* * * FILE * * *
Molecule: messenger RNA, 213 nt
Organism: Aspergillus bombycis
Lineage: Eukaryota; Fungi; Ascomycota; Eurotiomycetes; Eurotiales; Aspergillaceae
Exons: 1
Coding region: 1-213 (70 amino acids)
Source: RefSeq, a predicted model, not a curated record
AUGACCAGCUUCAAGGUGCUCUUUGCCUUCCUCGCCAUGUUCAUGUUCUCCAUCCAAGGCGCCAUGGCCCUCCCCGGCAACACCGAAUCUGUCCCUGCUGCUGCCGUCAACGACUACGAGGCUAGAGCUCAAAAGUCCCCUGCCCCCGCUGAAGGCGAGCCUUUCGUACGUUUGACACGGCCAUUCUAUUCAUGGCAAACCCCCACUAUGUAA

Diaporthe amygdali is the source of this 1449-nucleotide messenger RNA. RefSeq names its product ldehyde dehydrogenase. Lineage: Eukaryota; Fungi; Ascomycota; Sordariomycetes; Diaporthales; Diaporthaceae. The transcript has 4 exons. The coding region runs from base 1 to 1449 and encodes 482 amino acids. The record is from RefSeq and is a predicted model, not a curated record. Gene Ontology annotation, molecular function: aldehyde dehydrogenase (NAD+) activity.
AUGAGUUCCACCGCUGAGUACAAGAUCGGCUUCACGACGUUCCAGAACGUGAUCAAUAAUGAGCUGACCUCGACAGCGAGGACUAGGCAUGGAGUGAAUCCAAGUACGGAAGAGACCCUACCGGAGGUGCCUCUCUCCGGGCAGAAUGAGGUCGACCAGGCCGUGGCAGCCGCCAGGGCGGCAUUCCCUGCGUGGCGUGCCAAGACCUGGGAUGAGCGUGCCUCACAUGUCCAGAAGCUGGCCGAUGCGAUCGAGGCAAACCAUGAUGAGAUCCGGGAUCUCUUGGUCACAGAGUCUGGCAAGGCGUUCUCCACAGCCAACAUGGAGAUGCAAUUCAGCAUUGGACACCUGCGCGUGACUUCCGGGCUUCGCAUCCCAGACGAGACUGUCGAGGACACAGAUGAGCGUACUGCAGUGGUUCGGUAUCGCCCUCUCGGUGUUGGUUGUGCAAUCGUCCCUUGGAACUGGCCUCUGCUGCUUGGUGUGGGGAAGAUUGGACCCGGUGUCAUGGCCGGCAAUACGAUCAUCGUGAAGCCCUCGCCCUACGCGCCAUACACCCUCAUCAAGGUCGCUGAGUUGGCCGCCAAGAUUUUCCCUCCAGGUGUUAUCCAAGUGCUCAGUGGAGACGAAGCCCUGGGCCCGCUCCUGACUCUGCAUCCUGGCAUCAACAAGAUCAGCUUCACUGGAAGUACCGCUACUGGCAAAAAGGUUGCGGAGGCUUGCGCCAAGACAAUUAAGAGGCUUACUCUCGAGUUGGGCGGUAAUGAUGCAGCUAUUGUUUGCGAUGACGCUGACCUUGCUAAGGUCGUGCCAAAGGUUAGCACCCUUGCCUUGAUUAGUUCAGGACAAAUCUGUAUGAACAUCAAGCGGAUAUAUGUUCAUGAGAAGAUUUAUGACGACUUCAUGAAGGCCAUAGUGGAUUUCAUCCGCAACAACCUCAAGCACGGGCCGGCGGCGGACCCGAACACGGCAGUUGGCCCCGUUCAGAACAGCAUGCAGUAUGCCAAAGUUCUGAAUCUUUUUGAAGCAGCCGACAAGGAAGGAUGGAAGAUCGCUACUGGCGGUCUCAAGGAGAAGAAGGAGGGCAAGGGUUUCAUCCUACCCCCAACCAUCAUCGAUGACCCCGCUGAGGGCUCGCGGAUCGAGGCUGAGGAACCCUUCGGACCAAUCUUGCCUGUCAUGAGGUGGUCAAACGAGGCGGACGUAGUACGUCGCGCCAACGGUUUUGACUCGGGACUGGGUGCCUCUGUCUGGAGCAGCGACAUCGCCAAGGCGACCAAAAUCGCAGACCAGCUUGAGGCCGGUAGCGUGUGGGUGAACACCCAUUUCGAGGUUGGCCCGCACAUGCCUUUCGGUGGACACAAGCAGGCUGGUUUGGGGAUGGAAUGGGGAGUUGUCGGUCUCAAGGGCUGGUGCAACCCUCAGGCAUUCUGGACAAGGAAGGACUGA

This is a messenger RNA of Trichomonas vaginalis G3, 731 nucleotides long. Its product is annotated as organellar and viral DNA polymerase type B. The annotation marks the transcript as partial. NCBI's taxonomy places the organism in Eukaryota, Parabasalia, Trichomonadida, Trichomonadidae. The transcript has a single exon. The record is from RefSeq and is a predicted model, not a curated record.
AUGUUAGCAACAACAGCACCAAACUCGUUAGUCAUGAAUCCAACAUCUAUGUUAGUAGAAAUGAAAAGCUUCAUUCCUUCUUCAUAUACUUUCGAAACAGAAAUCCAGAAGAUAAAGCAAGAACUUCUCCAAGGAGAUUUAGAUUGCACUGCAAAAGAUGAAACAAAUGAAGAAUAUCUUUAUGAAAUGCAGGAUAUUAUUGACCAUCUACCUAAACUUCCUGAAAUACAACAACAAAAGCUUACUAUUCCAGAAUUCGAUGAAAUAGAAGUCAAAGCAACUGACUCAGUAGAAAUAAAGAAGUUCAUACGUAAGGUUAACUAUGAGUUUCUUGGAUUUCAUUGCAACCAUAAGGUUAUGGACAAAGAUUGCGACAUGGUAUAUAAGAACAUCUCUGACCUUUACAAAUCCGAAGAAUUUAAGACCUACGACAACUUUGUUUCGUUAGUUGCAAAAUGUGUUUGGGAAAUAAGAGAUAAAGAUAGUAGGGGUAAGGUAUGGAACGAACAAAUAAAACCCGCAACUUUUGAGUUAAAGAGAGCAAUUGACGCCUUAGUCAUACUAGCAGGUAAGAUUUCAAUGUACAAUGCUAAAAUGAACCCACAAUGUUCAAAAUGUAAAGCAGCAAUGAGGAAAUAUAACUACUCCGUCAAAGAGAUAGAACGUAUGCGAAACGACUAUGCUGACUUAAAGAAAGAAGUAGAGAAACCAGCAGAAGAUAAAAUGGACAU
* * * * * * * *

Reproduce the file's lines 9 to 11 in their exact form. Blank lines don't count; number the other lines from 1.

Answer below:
AUGAGUUCCACCGCUGAGUACAAGAUCGGCUUCACGACGUUCCAGAACGUGAUCAAUAAUGAGCUGACCUCGACAGCGAGGACUAGGCAUGGAGUGAAUCCAAGUACGGAAGAGACCCUACCGGAGGUGCCUCUCUCCGGGCAGAAUGAGGUCGACCAGGCCGUGGCAGCCGCCAGGGCGGCAUUCCCUGCGUGGCGUGCCAAGACCUGGGAUGAGCGUGCCUCACAUGUCCAGAAGCUGGCCGAUGCGAUCGAGGCAAACCAUGAUGAGAUCCGGGAUCUCUUGGUCACAGAGUCUGGCAAGGCGUUCUCCACAGCCAACAUGGAGAUGCAAUUCAGCAUUGGACACCUGCGCGUGACUUCCGGGCUUCGCAUCCCAGACGAGACUGUCGAGGACACAGAUGAGCGUACUGCAGUGGUUCGGUAUCGCCCUCUCGGUGUUGGUUGUGCAAUCGUCCCUUGGAACUGGCCUCUGCUGCUUGGUGUGGGGAAGAUUGGACCCGGUGUCAUGGCCGGCAAUACGAUCAUCGUGAAGCCCUCGCCCUACGCGCCAUACACCCUCAUCAAGGUCGCUGAGUUGGCCGCCAAGAUUUUCCCUCCAGGUGUUAUCCAAGUGCUCAGUGGAGACGAAGCCCUGGGCCCGCUCCUGACUCUGCAUCCUGGCAUCAACAAGAUCAGCUUCACUGGAAGUACCGCUACUGGCAAAAAGGUUGCGGAGGCUUGCGCCAAGACAAUUAAGAGGCUUACUCUCGAGUUGGGCGGUAAUGAUGCAGCUAUUGUUUGCGAUGACGCUGACCUUGCUAAGGUCGUGCCAAAGGUUAGCACCCUUGCCUUGAUUAGUUCAGGACAAAUCUGUAUGAACAUCAAGCGGAUAUAUGUUCAUGAGAAGAUUUAUGACGACUUCAUGAAGGCCAUAGUGGAUUUCAUCCGCAACAACCUCAAGCACGGGCCGGCGGCGGACCCGAACACGGCAGUUGGCCCCGUUCAGAACAGCAUGCAGUAUGCCAAAGUUCUGAAUCUUUUUGAAGCAGCCGACAAGGAAGGAUGGAAGAUCGCUACUGGCGGUCUCAAGGAGAAGAAGGAGGGCAAGGGUUUCAUCCUACCCCCAACCAUCAUCGAUGACCCCGCUGAGGGCUCGCGGAUCGAGGCUGAGGAACCCUUCGGACCAAUCUUGCCUGUCAUGAGGUGGUCAAACGAGGCGGACGUAGUACGUCGCGCCAACGGUUUUGACUCGGGACUGGGUGCCUCUGUCUGGAGCAGCGACAUCGCCAAGGCGACCAAAAUCGCAGACCAGCUUGAGGCCGGUAGCGUGUGGGUGAACACCCAUUUCGAGGUUGGCCCGCACAUGCCUUUCGGUGGACACAAGCAGGCUGGUUUGGGGAUGGAAUGGGGAGUUGUCGGUCUCAAGGGCUGGUGCAACCCUCAGGCAUUCUGGACAAGGAAGGACUGA

This is a messenger RNA of Trichomonas vaginalis G3, 731 nucleotides long. Its product is annotated as organellar and viral DNA polymerase type B. The annotation marks the transcript as partial. NCBI's taxonomy places the organism in Eukaryota, Parabasalia, Trichomonadida, Trichomonadidae. The transcript has a single exon. The record is from RefSeq and is a predicted model, not a curated record.
AUGUUAGCAACAACAGCACCAAACUCGUUAGUCAUGAAUCCAACAUCUAUGUUAGUAGAAAUGAAAAGCUUCAUUCCUUCUUCAUAUACUUUCGAAACAGAAAUCCAGAAGAUAAAGCAAGAACUUCUCCAAGGAGAUUUAGAUUGCACUGCAAAAGAUGAAACAAAUGAAGAAUAUCUUUAUGAAAUGCAGGAUAUUAUUGACCAUCUACCUAAACUUCCUGAAAUACAACAACAAAAGCUUACUAUUCCAGAAUUCGAUGAAAUAGAAGUCAAAGCAACUGACUCAGUAGAAAUAAAGAAGUUCAUACGUAAGGUUAACUAUGAGUUUCUUGGAUUUCAUUGCAACCAUAAGGUUAUGGACAAAGAUUGCGACAUGGUAUAUAAGAACAUCUCUGACCUUUACAAAUCCGAAGAAUUUAAGACCUACGACAACUUUGUUUCGUUAGUUGCAAAAUGUGUUUGGGAAAUAAGAGAUAAAGAUAGUAGGGGUAAGGUAUGGAACGAACAAAUAAAACCCGCAACUUUUGAGUUAAAGAGAGCAAUUGACGCCUUAGUCAUACUAGCAGGUAAGAUUUCAAUGUACAAUGCUAAAAUGAACCCACAAUGUUCAAAAUGUAAAGCAGCAAUGAGGAAAUAUAACUACUCCGUCAAAGAGAUAGAACGUAUGCGAAACGACUAUGCUGACUUAAAGAAAGAAGUAGAGAAACCAGCAGAAGAUAAAAUGGACAU